Thursday, May 13, 2021

By Stephanie Fountain, Stephanie Schnicker, AACSB International

With campuses closing and travel restrictions soaring in February 2020, countless University of Iowa students were forced to prematurely return home from studying abroad. With travel at a standstill, entire cohorts of students were at risk of losing the opportunity to study abroad. It was our responsibility to keep their learning on track by quickly rethinking our format for international education.  

In doing so, we first had to accept today’s reality: Virtual global experiences are not study abroad programs. We did not pretend that we could replicate a study abroad program from our students’ homes. Instead, we knew that the Tippie College of Business could create an experience that would pique students’ curiosity, deepen their global business understanding, and introduce a framework for cultural learning.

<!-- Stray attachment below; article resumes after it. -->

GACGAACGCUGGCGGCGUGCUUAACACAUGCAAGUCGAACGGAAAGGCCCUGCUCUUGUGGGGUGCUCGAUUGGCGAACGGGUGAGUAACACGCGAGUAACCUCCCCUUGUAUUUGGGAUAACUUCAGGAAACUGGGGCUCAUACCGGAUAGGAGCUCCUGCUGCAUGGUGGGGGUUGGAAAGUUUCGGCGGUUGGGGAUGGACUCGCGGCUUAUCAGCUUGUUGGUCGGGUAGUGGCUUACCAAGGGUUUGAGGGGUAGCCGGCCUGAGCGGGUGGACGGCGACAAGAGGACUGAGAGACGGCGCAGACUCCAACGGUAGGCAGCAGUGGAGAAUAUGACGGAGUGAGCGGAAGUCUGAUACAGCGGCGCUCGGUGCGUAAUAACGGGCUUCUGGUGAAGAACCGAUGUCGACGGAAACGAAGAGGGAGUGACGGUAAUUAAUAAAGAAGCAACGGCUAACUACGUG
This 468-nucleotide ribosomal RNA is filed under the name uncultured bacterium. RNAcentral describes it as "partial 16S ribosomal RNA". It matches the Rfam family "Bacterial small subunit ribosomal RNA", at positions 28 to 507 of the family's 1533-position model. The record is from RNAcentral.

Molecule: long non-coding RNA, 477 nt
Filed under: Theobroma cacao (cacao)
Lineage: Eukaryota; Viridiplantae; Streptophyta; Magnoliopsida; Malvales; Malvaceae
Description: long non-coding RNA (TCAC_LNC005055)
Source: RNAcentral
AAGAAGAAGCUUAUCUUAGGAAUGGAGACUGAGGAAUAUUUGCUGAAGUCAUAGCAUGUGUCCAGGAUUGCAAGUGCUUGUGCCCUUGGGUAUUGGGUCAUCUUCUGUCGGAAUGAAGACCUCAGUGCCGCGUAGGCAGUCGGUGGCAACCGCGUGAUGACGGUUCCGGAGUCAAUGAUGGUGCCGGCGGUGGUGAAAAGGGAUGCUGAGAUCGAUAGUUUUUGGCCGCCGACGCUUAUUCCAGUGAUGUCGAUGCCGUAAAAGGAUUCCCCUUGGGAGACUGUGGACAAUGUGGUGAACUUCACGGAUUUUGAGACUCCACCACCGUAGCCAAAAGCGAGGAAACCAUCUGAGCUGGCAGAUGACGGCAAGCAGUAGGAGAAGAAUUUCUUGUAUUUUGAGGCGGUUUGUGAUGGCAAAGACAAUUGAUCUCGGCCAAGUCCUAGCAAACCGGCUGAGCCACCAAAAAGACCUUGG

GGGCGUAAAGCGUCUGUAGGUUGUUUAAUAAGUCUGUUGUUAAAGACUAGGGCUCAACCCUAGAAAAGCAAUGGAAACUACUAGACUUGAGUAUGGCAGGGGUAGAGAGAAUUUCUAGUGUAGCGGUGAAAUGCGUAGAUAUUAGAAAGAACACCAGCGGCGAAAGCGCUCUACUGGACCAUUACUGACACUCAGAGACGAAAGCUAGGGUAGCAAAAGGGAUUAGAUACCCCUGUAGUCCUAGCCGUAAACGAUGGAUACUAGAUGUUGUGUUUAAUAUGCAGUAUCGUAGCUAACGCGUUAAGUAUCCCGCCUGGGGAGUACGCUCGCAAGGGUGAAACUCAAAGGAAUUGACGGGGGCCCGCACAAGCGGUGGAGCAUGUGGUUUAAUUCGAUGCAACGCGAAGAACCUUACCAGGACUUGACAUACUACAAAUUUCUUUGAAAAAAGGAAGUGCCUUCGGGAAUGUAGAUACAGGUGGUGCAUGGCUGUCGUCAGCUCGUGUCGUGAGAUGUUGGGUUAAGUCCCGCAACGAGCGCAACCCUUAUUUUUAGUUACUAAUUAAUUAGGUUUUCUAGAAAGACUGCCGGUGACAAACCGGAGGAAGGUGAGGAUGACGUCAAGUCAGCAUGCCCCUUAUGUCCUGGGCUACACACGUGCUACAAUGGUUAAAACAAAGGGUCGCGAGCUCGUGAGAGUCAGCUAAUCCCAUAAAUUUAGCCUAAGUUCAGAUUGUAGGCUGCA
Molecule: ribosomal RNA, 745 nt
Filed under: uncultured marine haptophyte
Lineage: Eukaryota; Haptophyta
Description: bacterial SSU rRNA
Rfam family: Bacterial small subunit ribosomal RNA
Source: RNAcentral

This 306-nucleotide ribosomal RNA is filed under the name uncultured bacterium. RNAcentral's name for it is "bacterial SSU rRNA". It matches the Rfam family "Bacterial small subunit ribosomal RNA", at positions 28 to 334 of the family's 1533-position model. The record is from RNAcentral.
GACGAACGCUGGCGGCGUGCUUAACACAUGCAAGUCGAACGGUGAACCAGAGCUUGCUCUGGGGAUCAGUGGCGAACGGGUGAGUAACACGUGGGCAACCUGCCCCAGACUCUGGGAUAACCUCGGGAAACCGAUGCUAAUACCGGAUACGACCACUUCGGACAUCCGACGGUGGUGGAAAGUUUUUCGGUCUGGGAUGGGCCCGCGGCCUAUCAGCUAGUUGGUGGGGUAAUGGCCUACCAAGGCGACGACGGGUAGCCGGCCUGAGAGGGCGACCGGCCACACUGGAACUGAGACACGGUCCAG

The experience we designed was a new course called International Business in a Time of Disruption: Protectionism, Pandemics, and Political Fragmentation. Finance majors could count this offering as an upper-level finance course, while other majors could count it as part of their general education credits. It also satisfied Tippie RISE, our experiential learning requirement, as well as part of our international business certificate.

Its structure allowed students to explore Italy virtually while examining the business, social, cultural, and political response to the pandemic. While the course was not a replacement for a true study abroad experience, we hope that it helped prepare students for the business world they are about to enter—and that it inspired them to want to explore the world in the future.